Scotland has been given a mixed report in an important piece of international research on education.
The Pisa report measures the performance of 600,000 15-year-olds worldwide.
Since the last report, Scotland's performance in reading has improved but it declined in maths and science.
Education Secretary John Swinney welcomed the improvement in reading but said there were still challenges in science and maths.
The Pisa report is not definitive and the system has many critics within education.
But it offers one way of comparing the education systems in different countries and can influence policymakers.
Scotland's performance in the Pisa data published in 2016 caused a political row, with Scotland was classed as "similar to the OECD average" in all three subject areas for the first time.
At the time, Mr Swinney said the results made for uncomfortable reading and showed that radical reform was needed.
How did Scotland rate this time?
Scotland's scores in the 2018 Pisa assessments were "above the OECD average" in reading and "similar to the OECD average" in maths and science.
Scotland's score in reading rose from 493 in the last data to 504 this time.
Compared to the other home nations, it was ahead of Wales and Northern Ireland but slightly behind England.
Performance in maths slipped by two points (491 down to 489) against 2016 - the figure was behind both England and Northern Ireland.
In science, performance slipped seven points (497 to 490) - the total was notably behind England and slightly behind Northern Ireland.
What is Pisa?
About 600,000 students in 79 countries took part in the Pisa research, conducted last year.
The Pisa testing system was set up in 2000 among countries from the Organisation for Economic Co-operation and Development (OECD).
The initials stand for Programme for International Student Assessment and is designed to examine how 15-year-olds can apply what they have learned in school to real life situations.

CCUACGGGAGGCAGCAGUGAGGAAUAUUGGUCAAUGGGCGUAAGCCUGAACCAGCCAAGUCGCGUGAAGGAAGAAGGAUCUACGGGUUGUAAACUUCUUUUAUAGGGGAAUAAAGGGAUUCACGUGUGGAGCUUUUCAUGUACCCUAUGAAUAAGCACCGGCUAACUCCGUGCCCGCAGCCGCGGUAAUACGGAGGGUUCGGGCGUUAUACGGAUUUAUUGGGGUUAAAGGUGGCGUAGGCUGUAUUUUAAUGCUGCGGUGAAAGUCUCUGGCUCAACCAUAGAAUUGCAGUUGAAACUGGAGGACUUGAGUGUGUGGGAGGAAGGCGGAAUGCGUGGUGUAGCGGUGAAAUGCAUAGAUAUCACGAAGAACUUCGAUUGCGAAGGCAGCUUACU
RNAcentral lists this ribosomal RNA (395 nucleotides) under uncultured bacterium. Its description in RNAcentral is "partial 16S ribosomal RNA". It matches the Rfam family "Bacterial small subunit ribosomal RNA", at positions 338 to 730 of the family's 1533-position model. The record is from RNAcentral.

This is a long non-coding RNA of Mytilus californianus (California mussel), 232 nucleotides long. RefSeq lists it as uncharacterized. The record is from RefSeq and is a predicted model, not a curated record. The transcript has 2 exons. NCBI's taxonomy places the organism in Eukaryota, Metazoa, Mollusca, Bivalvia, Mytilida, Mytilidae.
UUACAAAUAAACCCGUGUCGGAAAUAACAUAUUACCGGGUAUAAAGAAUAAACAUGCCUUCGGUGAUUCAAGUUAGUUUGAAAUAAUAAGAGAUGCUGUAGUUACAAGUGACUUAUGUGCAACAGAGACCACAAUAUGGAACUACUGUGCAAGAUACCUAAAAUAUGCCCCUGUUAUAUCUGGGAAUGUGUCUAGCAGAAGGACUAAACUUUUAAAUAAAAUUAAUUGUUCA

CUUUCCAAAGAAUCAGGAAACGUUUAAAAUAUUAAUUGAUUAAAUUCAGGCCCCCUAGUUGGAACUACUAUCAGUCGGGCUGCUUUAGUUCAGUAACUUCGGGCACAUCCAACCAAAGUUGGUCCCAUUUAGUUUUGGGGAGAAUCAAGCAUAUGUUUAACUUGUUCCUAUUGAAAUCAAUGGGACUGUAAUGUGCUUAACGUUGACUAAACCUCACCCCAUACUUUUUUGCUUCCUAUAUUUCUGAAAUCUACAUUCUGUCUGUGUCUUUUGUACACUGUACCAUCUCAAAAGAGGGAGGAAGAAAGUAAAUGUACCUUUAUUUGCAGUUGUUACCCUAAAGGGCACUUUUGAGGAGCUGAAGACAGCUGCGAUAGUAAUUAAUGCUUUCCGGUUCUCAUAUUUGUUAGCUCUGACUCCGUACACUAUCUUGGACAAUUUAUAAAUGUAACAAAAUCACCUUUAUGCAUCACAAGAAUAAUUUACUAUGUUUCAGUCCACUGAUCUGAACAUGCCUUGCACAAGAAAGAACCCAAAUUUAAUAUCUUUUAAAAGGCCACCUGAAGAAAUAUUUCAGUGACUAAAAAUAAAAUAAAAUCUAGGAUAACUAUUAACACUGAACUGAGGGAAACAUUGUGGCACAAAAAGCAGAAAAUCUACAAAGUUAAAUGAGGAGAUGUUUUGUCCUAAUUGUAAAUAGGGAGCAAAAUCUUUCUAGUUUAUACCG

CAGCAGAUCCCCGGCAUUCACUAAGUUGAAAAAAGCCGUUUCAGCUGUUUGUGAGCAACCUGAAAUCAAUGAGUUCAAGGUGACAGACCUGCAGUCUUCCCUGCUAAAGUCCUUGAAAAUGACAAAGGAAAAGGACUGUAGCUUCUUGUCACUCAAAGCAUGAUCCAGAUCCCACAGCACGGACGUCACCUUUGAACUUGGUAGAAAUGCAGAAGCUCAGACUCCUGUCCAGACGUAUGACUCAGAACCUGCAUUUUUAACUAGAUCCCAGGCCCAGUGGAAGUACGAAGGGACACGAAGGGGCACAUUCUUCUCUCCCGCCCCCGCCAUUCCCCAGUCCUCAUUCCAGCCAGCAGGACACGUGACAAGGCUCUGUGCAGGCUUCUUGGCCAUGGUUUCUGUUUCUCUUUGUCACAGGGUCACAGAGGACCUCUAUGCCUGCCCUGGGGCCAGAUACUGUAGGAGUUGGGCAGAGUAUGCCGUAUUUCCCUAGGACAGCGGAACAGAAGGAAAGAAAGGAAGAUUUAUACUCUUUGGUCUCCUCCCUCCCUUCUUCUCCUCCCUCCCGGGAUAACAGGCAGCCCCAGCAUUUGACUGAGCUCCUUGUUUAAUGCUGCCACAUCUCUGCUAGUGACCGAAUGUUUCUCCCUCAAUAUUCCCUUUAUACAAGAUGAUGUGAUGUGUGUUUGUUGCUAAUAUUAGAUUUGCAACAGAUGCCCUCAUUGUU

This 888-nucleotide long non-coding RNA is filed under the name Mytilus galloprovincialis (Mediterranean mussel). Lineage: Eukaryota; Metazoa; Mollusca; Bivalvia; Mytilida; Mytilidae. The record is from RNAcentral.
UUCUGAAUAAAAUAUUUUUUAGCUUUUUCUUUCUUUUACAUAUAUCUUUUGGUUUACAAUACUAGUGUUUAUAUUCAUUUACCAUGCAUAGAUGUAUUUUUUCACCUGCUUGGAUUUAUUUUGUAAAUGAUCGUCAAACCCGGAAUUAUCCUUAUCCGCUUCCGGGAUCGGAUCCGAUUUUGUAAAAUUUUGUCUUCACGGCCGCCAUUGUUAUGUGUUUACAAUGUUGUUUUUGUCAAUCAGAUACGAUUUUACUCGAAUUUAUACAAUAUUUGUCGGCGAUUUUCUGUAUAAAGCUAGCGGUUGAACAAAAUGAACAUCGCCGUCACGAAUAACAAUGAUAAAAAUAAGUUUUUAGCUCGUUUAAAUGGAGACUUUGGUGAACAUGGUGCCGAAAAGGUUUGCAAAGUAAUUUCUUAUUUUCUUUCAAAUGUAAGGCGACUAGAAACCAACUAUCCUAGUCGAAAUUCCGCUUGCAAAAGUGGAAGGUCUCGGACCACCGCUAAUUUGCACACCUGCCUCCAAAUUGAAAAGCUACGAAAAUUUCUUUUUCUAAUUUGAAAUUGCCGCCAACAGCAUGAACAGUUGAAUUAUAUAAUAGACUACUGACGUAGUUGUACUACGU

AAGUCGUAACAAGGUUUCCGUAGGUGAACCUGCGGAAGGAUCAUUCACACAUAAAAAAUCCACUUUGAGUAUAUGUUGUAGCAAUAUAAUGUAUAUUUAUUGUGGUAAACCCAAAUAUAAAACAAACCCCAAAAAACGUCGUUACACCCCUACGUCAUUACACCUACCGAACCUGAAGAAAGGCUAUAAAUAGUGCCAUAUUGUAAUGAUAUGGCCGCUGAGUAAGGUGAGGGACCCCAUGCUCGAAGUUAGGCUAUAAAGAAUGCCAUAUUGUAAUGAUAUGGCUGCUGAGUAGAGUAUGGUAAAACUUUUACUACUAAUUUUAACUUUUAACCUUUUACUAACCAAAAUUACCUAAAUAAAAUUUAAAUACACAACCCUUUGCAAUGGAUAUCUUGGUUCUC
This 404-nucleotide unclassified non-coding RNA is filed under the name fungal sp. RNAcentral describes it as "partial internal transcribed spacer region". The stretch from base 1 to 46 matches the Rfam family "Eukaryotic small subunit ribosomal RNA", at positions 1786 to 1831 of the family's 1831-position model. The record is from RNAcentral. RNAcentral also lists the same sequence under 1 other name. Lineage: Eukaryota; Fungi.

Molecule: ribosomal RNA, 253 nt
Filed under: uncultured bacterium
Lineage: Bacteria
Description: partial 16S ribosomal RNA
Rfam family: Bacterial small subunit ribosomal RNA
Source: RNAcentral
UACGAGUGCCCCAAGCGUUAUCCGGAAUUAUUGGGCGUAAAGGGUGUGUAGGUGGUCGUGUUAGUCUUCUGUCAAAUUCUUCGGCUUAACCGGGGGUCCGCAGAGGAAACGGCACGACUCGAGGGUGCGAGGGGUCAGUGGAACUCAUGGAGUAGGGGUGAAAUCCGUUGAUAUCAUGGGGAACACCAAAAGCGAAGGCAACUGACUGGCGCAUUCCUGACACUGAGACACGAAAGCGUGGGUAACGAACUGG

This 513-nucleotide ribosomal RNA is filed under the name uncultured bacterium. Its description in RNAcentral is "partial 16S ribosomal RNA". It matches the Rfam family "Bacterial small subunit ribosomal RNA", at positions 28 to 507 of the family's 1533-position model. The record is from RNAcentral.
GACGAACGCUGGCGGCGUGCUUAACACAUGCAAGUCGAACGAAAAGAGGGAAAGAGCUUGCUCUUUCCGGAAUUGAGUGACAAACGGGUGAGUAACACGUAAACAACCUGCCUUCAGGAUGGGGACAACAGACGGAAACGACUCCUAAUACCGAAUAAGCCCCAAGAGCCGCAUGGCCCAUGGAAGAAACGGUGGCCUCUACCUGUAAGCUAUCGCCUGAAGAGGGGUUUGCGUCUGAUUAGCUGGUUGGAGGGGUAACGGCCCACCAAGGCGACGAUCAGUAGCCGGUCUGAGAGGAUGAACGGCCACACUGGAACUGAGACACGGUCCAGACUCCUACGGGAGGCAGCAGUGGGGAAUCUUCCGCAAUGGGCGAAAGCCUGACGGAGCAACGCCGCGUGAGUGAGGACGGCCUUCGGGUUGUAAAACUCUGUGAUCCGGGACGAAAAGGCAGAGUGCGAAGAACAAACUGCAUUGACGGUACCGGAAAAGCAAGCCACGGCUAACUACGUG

Pupils are asked to use their skills of reasoning, interpretation and problem solving rather than simply remembering facts.
The questions are designed to be "culturally neutral" so youngsters in particular countries are not at an unfair advantage or disadvantage.
Scotland's performance in all three subject areas ranks well behind where it stood in 2000.
The latest Pisa figures do not make for a repeat of the grim reading of last time but it is hard to find them cheerful. The best which might be said is that there are signs of recovery and stability.
Reading performance has improved - but still lags below the level it was at in surveys before 2016.
The headline scores in maths and science continued to decline, albeit by small amounts. Government statisticians see this as a broadly stable performance because of the so-called "confidence intervals" in the data.
Education experts would caution against using Pisa in isolation as a verdict on Scottish education.
It is a way of attempting to measure the performances of young people in a range of countries which have very different education systems.
The Scottish government would point to other ways of measuring attainment, saying that together they help paint a more complete picture - for example, exam results and data on how many school-leavers are in so-called "positive outcomes".
But for a government which wants to be judged on education - and which wants its system to be world-class - it's never good news for a major piece of research to suggest that Scotland is still only average in two of the three categories.
What's the picture within the UK?
Within the UK's four devolved education systems, England was the highest achiever in all three subjects.
Wales remained the lowest performing within the UK for all subjects, with Scotland better than Northern Ireland at reading and Northern Ireland outperforming Scotland at maths and science.
In reading tests, Wales scored below the average for OECD countries, while England, Scotland and Northern Ireland were all above average.
What is the reaction to the results?
Scotland's education secretary said: "Pisa doesn't cover everything but today corroborates what we see elsewhere - improving schools and a closing of the attainment gap.
"That is down to great teaching, well-supported pupils and the investment we have made. Much still to do, but well done everyone on a good result."
Scottish Conservative education spokeswoman Liz Smith said the maths and science results were a "humiliation" for the SNP government.
She said: "These two areas are so critical to the success of much of Scotland's modern economy. We should be doing so much better."
Scottish Labour's education spokesman Iain Gray said the "small improvement" in reading was welcome but further falls in maths and science were "alarming".
He said: "John Swinney and Nicola Sturgeon have been warned again and again that we have a problem with STEM subjects being squeezed out of the curriculum but they refuse to listen."
Scottish Liberal Democrat leader Willie Rennie said called the results "appalling".
"Scotland used to have one of the best education systems in the world but under the SNP it's now just average," he said.